COVID-19 has struck us like a bomb. Health care workers of the world, exemplified by those of us in the New York City area, are struggling on the front lines to make a small difference in a cataclysmic event.
Before my eyes, over just a few weeks, hospitals have been challenged and changed in ways I never anticipated. My surgical team, like so many others, has been “repurposed” for the front lines. Our days and nights are different, but our basic mission remains the same: save lives when we can and provide comfort when we cannot.
As a chest surgeon for three decades, I have started nearly every morning the same way: in a “same day unit” (or, SDA), wearing a suit and tie, offering a good morning smile to the first “case” (operation) of the day. I try to calm their fears, answer their questions, and tell them in an upbeat fashion that the outlook for their surgery is good.
Those days are gone, all “elective” surgeries postponed indefinitely. (Yes, “elective” meaning lung cancer, heart valve replacement, and esophageal reconstruction. The risk is too great.)
Our unit of doctors, PAs, NPs, and more has been repurposed. We are now an ICU — a 100% COVID-19 ICU, one of a dozen throughout the hospital. And, we are unlike any ICU I’ve ever seen. Separate rooms do not exist, just bed after bed jammed full of patients on ventilators, dozens of IV poles and dialysis machines shoved into corners. We are faceless, covered from ear to foot. Caps, masks (most people wear two), gowns, face shields, and goggles make the staff unrecognizable.
The gear, too, has been repurposed. Every patient has half a dozen lines attached to their weak and immobile bodies, IV pumps, sedatives, and blood pressure medications pumping through their veins. There are frequent labs that need to be drawn and tube feedings are administered manually as we have run out of pumps. The patients’ lungs need to be suctioned, their entire bodies need to be cleaned and turned regularly. A nurse’s work here is endless and thankless.
The majority of the patients in my ICU have deteriorated to the point of needing ventilators, which means their mortality rate has risen to 80–90%. This COVID unit does not portend a favorable outcome, but our repurposed team carries on. Our successes drive us, but they are few.
Loudspeakers blast every hour overhead, calling for “code blue,” “rapid response team,” and “anesthesia stat,” adding to the serenade of stress. One of our patients perishes, and they are wheeled away by a repurposed environmental team, placed in a repurposed refrigeration van. A spot opens up in our unit, but there is no break for the repurposed staff, it is an open bed for another critical COVID patient to occupy.
My repurposing is as an ICU doctor. It’s something I’ve done as part of my role as a chest surgeon throughout my career, but taking care of my past patients did not prepare me for this reality. As we make rounds on 24 critically ill patients, sweating and claustrophobic in head-to-toe covering, we try not to adjust our masks or glasses because touching our faces could put us in the very position of the patients we are treating.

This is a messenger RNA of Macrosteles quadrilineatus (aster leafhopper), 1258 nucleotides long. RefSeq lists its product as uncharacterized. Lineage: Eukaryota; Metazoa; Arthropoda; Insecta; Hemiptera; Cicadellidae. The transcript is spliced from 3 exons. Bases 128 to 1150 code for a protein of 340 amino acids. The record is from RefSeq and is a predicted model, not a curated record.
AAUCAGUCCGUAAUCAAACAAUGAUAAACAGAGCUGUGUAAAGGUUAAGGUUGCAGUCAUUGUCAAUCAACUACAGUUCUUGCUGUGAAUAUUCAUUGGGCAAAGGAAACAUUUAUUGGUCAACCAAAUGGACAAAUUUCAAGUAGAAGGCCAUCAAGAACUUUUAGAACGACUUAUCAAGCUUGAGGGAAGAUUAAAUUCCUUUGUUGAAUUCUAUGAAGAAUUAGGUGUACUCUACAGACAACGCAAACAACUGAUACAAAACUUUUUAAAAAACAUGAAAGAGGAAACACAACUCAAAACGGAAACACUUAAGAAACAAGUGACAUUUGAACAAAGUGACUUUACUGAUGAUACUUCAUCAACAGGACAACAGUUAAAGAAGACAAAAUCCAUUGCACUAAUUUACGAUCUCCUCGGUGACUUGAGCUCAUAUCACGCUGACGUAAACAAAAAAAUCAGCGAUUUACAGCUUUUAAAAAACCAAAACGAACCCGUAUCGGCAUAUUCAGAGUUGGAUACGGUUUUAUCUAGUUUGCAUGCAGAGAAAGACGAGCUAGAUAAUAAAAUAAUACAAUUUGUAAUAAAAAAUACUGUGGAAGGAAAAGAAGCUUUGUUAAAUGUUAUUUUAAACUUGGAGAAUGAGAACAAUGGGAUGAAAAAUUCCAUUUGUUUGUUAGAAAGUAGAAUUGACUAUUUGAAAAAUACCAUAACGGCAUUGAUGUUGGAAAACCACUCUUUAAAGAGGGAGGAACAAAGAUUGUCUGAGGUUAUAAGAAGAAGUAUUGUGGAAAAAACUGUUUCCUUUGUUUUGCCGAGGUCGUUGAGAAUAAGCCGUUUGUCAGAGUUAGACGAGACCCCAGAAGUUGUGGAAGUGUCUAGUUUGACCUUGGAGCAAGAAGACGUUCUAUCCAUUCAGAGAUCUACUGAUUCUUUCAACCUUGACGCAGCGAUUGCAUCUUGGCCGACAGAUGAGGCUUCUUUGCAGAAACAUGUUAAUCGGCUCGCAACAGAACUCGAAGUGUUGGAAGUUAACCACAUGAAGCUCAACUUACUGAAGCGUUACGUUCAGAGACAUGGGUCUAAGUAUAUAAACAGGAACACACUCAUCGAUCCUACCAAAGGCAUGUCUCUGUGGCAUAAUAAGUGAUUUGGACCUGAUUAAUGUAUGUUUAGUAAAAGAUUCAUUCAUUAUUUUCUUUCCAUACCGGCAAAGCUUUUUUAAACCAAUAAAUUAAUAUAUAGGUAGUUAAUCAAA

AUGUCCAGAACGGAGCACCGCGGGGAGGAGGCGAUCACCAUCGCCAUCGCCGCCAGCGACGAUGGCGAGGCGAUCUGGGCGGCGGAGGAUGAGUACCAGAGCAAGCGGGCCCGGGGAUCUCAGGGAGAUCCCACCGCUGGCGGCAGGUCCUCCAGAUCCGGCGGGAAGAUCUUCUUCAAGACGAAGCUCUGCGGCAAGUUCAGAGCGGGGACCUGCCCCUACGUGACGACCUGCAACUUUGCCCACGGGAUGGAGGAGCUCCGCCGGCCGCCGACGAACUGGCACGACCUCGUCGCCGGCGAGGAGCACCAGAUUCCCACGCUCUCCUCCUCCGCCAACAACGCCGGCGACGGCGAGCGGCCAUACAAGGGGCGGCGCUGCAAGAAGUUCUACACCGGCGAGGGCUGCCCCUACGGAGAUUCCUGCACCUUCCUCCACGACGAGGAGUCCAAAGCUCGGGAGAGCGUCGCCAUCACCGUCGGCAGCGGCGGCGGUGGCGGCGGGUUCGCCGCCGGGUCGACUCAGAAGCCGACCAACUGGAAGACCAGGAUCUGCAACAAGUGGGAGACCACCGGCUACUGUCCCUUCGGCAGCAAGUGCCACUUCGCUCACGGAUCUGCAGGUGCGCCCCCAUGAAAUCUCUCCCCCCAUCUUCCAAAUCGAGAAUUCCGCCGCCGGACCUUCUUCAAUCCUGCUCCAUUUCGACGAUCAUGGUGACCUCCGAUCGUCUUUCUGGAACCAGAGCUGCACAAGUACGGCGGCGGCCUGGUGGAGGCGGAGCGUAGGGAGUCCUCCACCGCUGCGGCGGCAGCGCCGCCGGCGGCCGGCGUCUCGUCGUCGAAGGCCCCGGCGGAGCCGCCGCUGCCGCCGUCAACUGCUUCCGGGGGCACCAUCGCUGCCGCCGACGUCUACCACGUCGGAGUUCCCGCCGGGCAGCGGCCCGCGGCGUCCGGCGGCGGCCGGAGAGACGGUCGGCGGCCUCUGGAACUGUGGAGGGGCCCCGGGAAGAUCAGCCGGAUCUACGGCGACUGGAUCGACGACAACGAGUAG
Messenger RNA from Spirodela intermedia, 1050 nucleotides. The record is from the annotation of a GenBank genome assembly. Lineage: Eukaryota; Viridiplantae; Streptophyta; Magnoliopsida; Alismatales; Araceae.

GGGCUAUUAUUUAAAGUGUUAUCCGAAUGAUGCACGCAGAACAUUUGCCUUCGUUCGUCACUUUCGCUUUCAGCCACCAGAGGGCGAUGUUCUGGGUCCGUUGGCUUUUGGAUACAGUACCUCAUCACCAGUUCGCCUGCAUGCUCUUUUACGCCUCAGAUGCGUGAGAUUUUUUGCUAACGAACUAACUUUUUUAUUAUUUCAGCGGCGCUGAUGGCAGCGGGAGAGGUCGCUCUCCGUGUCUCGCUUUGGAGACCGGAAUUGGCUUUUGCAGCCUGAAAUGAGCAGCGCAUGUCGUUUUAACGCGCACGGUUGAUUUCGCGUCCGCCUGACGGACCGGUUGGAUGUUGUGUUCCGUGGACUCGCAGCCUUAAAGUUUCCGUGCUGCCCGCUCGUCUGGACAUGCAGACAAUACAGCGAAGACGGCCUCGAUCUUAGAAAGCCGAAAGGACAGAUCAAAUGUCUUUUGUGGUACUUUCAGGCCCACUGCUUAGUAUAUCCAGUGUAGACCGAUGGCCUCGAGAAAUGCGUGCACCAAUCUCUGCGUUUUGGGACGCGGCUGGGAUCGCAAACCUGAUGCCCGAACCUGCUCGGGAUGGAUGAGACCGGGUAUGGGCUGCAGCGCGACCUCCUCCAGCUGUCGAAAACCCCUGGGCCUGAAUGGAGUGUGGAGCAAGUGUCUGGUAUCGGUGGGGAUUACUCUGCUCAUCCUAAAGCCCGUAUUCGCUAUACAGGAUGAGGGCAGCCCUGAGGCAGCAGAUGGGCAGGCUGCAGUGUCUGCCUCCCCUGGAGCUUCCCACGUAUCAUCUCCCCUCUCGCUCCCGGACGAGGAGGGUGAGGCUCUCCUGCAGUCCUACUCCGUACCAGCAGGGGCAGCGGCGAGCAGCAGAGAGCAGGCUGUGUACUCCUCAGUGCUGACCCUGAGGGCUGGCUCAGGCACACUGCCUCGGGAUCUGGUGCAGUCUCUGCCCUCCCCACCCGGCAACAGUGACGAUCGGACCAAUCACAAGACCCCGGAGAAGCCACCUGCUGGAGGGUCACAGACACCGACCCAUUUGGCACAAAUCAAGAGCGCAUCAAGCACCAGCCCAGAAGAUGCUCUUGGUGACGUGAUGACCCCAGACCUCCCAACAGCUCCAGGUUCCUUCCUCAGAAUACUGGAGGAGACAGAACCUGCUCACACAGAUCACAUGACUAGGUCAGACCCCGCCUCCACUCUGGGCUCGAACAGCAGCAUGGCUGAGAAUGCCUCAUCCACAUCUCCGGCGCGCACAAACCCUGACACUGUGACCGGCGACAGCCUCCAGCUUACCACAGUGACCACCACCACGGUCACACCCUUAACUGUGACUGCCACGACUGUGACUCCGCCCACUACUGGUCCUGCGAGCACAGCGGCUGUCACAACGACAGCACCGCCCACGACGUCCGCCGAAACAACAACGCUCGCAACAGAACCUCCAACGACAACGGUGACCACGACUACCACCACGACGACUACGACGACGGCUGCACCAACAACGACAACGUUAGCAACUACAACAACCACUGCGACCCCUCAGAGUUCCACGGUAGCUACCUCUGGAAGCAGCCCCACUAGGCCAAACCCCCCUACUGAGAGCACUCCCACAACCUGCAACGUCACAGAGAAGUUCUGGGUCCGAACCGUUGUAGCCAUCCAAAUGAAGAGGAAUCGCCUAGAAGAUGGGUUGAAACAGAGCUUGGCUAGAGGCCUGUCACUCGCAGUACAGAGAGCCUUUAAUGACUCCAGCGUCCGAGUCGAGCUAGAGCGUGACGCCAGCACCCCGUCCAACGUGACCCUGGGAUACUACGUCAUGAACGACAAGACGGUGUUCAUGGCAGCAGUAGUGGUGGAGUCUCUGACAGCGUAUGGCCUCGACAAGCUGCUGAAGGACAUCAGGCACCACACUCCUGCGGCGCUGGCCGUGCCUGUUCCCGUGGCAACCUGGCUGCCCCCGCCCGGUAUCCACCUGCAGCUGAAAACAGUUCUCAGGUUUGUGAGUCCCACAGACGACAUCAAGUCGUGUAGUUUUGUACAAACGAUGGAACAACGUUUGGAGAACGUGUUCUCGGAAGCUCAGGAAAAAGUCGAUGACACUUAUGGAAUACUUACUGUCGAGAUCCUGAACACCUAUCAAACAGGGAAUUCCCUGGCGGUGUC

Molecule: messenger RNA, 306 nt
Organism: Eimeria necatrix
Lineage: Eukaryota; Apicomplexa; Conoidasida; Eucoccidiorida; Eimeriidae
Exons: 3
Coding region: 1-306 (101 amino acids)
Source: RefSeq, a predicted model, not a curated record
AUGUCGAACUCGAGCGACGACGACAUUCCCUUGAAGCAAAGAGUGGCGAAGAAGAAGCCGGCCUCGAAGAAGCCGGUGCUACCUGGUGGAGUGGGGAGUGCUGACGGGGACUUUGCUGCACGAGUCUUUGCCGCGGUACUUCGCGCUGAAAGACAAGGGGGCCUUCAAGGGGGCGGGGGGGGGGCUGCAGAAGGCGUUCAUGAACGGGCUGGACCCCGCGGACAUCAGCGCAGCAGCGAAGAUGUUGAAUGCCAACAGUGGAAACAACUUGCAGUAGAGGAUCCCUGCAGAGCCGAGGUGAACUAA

A “typical” day begins with the team seeing the first few patients and evaluating their needs as best as we can. We might break from rounds when a nurse comes running; a patient is in distress. We rectify the acute problems of a 50-year-old who has been laying belly-down for 24 hours on a ventilator — but it’s a last-ditch effort. She’s just not getting enough oxygen. After some nifty ventilator juggling, we attempt to go back to rounds but are interrupted again as another nurse with a new critical issue steps into the fray. A life-threatening blood test needs evaluation in bed nine, a patient has blood coming from their breathing tube in bed four, the blood pressure is falling in bed six, bed 18 is having a seizure. We finally finish morning rounds.
I’m not just trying to be a physician; I’m just trying to help human beings in a time of inconceivable anguish. One of our nurses, she too covered in protective garb, comes into the ICU with a repurposed e-tablet covered in a giant sandwich bag. We go from bed to bed, contacting family members, giving them progress reports, allowing them quick glimpses of their loved ones. With quarantining and no visitation, some of those moments are possibly patients’ final moments with a family member. I flip the screen around to introduce families to members of the nursing staff who are working tirelessly. Universally, they are profoundly grateful, and almost all tell us that they pray for us.
Finally, I ask the family a question: Can you please tell me something unique about the patient, a special interest to reveal some insight into their life? Excitedly, they answer. My Dad loves soccer, he’s a huge Real Madrid fan; my mom is a gardener she grows amazing tulips; my sister loves Indian music, please play some for her if you have the time. It suddenly becomes more personal and a bit more human. It’s no longer bed 16 that is crashing; bed 16 is a 65-year-old guitar player and a grandfather of nine. In some ways, it’s harder to know these little vignettes when patients ultimately pass away, and most do. It’s more difficult to compartmentalize. More real.
I’ve been repurposed as an ICU physician, one small cog in a giant medical wheel. Selfishly, I cannot wait to get back to my normal duties as a surgeon. In the meantime, I have accepted a new purpose in this battle, and like all my co-workers, I will fight on. It’s why we are here, repurposed or not.
Dr. Lawrence Glassman is Vice Chairman of the Department of Cardio-Thoracic Surgery at Northwell Health. He is also an associate professor at the Donald and Barbara Zucker School of Medicine at Hofstra/Northwell.
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